jm + farming   3

Why American Farmers Are Hacking Their Tractors With Ukrainian Firmware
DRM working as expected:
To avoid the draconian locks that John Deere puts on the tractors they buy, farmers throughout America's heartland have started hacking their equipment with firmware that's cracked in Eastern Europe and traded on invite-only, paid online forums. Tractor hacking is growing increasingly popular because John Deere and other manufacturers have made it impossible to perform "unauthorized" repair on farm equipment, which farmers see as an attack on their sovereignty and quite possibly an existential threat to their livelihood if their tractor breaks at an inopportune time.

(via etienneshrdlu)
hacking  farming  drm  john-deere  tractors  firmware  right-to-repair  repair 
march 2017 by jm
No Harm, No Fowl: Chicken Farm Inappropriate Choice for Data Disposal
That’s a lesson that Spruce Manor Special Care Home in Saskatchewan had to learn the hard way (as surprising as that might sound). As a trustee with custody of personal health information, Spruce Manor was required under section 17(2) of the Saskatchewan Health Information Protection Act to dispose of its patient records in a way that protected patient privacy. So, when Spruce Manor chose a chicken farm for the job, it found itself the subject of an investigation by the Saskatchewan Information and Privacy Commissioner.  In what is probably one of the least surprising findings ever, the commissioner wrote in his final report that “I recommend that Spruce Manor […] no longer use [a] chicken farm to destroy records”, and then for good measure added “I find using a chicken farm to destroy records unacceptable.”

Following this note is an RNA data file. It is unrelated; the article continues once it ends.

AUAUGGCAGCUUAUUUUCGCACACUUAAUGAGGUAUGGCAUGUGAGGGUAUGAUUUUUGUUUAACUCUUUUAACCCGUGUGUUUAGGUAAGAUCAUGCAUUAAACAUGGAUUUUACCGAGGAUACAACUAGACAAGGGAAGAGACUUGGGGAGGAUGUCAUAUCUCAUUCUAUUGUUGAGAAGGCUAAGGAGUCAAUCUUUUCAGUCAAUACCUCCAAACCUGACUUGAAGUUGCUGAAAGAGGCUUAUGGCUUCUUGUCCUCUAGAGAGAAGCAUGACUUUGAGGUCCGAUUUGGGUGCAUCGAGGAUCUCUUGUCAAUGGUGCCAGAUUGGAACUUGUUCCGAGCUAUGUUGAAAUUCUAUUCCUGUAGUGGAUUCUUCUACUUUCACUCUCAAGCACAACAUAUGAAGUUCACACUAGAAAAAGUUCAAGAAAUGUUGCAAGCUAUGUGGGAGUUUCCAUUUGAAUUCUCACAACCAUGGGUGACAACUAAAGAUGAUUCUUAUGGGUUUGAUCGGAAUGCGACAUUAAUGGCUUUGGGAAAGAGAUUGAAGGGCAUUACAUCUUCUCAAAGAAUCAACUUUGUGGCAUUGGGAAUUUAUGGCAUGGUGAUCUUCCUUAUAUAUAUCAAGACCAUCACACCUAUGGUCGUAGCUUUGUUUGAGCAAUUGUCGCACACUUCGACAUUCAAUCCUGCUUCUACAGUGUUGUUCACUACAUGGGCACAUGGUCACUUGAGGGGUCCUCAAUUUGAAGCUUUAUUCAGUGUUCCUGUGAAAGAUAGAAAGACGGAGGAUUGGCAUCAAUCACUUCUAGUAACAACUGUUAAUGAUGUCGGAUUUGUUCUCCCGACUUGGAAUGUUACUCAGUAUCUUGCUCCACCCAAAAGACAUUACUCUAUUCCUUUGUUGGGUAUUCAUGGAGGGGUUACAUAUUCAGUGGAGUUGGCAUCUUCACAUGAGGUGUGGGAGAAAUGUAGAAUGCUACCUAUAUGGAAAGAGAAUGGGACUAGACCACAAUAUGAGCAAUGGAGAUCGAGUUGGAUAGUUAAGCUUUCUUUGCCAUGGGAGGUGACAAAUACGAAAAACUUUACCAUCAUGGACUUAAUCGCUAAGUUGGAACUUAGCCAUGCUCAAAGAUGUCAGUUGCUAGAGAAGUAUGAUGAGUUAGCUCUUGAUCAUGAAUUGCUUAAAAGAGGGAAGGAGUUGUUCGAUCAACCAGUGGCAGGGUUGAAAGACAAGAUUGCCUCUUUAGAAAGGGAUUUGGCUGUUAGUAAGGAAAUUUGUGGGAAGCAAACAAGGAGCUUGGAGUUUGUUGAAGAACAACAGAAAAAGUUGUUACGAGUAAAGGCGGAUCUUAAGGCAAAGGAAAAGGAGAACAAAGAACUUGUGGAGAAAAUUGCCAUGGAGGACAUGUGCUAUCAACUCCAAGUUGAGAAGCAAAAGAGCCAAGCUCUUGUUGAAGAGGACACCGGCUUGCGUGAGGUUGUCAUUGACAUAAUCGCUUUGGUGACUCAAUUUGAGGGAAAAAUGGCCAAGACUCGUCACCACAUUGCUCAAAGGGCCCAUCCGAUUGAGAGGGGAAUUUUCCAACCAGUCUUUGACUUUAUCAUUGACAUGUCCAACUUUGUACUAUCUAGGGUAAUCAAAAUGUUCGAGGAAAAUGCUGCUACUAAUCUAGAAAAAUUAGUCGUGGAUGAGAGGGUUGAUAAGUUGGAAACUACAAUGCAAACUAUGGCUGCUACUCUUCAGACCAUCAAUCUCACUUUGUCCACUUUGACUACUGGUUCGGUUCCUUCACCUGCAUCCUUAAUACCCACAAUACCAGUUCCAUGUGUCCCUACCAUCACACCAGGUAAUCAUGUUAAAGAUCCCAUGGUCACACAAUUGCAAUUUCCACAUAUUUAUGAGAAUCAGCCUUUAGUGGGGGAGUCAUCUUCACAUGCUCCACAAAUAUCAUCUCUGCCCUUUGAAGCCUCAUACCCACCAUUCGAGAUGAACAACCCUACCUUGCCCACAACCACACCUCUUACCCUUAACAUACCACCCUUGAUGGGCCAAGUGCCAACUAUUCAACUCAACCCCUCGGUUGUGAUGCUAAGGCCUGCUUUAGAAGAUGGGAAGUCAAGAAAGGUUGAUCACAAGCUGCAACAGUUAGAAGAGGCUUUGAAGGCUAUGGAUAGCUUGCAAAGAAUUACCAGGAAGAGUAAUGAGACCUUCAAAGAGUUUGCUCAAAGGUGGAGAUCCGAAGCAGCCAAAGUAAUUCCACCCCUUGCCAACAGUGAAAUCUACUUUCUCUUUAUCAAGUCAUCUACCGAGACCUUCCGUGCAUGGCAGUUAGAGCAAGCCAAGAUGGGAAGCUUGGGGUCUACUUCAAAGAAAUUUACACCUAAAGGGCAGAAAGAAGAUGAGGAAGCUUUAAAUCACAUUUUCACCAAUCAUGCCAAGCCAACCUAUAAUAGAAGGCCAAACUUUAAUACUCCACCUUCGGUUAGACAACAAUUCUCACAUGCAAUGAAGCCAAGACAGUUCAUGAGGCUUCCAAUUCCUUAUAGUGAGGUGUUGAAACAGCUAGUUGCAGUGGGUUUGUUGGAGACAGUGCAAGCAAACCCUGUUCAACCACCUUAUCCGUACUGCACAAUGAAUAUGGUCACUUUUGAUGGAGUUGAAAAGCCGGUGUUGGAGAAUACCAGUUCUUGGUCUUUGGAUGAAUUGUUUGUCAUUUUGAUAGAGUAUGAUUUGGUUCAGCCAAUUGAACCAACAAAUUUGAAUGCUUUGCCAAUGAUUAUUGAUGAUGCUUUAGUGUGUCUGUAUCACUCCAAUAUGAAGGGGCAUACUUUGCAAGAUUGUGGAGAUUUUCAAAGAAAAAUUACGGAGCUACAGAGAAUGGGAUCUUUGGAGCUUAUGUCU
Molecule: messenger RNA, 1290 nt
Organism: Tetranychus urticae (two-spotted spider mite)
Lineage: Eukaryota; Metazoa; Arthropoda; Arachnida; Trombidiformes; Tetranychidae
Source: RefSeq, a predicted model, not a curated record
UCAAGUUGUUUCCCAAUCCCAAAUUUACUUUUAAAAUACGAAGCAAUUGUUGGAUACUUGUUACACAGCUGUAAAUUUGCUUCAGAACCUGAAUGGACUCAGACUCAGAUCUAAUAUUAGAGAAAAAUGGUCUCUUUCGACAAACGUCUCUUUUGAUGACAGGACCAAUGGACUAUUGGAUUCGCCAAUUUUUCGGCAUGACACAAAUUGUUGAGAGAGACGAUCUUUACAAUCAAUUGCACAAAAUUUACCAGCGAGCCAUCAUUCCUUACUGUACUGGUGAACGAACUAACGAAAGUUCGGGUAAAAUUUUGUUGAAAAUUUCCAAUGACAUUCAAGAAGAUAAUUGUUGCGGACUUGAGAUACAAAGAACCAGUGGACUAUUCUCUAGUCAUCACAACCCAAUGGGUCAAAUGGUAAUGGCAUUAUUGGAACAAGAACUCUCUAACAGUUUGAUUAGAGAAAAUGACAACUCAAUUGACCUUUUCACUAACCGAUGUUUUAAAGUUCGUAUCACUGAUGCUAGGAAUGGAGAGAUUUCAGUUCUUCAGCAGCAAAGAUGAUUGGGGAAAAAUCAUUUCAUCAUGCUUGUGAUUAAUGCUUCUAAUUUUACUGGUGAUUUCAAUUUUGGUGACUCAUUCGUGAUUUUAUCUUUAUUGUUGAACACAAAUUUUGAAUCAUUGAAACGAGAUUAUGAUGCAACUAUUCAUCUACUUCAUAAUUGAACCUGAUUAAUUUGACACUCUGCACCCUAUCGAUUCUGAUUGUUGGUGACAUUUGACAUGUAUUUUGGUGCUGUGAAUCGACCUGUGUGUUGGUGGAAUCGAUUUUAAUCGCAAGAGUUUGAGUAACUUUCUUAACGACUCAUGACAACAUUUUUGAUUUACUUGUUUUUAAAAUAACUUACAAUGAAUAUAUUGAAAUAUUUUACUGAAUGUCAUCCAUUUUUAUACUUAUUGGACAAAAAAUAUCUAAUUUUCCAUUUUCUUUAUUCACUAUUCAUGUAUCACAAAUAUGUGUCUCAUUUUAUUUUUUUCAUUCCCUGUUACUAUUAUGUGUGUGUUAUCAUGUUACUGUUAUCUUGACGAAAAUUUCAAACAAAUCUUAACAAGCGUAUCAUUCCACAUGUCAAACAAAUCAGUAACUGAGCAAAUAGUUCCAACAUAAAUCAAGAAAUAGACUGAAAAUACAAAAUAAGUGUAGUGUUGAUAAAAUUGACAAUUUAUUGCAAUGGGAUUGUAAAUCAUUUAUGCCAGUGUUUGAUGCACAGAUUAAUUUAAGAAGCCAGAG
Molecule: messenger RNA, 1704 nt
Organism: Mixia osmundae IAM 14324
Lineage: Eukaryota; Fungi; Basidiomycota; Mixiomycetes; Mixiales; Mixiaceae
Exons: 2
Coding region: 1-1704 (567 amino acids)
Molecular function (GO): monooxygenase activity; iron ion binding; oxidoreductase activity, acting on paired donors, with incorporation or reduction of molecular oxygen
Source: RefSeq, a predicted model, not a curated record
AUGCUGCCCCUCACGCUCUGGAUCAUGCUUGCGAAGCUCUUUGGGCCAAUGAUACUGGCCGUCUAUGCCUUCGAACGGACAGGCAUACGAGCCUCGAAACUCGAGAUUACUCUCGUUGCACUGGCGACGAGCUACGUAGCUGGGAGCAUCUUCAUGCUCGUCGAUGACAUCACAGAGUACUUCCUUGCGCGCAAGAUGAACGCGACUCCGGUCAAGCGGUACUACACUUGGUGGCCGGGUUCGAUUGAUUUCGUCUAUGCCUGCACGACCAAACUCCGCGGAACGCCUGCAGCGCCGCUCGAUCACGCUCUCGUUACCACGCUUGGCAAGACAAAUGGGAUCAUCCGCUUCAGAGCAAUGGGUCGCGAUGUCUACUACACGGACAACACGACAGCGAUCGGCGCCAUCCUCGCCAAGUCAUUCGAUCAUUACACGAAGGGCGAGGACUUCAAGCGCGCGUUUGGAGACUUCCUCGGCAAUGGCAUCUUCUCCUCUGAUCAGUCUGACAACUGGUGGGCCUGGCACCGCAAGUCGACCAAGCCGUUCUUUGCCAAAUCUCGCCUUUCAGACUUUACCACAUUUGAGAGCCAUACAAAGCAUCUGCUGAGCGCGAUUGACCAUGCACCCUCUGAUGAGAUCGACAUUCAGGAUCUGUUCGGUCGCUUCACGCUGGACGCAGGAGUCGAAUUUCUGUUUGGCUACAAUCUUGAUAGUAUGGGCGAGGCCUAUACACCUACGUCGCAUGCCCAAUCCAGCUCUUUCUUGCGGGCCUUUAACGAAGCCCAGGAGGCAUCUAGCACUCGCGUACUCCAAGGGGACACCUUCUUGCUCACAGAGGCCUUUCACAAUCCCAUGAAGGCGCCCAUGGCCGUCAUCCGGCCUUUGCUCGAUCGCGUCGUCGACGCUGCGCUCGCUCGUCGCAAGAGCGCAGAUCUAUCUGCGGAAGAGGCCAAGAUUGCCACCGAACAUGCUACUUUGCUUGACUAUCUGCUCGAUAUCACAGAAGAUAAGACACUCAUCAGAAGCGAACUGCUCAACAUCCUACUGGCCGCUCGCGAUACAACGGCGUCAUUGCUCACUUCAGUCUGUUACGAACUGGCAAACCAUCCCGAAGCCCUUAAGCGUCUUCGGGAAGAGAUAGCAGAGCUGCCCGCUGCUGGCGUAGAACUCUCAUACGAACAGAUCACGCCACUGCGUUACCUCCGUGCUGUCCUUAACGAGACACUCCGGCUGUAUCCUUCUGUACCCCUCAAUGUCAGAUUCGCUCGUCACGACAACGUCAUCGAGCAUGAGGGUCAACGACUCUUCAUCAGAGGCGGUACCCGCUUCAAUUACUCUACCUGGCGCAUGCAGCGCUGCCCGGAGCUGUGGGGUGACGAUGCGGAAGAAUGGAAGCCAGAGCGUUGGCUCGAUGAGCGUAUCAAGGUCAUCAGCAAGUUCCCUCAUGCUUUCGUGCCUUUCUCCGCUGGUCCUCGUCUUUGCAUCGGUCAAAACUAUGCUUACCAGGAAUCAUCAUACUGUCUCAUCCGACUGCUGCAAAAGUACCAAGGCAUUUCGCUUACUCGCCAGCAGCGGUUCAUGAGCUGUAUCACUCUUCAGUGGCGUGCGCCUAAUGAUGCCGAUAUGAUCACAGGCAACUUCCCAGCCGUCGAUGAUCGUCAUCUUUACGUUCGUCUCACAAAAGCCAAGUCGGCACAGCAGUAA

data  law  privacy  funny  chickens  farming  via:pinboard  data-protection  health  medical-records 
november 2015 by jm
This tree produces 40 different types of fruit
An art professor from Syracuse University in the US, Van Aken grew up on a family farm before pursuing a career as an artist, and has combined his knowledge of the two to develop his incredible Tree of 40 Fruit. 
In 2008, Van Aken learned that an orchard at the New York State Agricultural Experiment Station was about to be shut down due to a lack of funding. This single orchard grew a great number of heirloom, antique, and native varieties of stone fruit, and some of these were 150 to 200 years old. To lose this orchard would render many of these rare and old varieties of fruit extinct, so to preserve them, Van Aken bought the orchard, and spent the following years figuring out how to graft parts of the trees onto a single fruit tree. [...]
Aken’s Tree of 40 Fruit looks like a normal tree for most of the year, but in spring it reveals a stunning patchwork of pink, white, red and purple blossoms, which turn into an array of plums, peaches, apricots, nectarines, cherries and almonds during the summer months, all of which are rare and unique varieties. 
fruit  art  amazing  food  agriculture  grafting  orchards  sam-van-aken  farming 
july 2014 by jm

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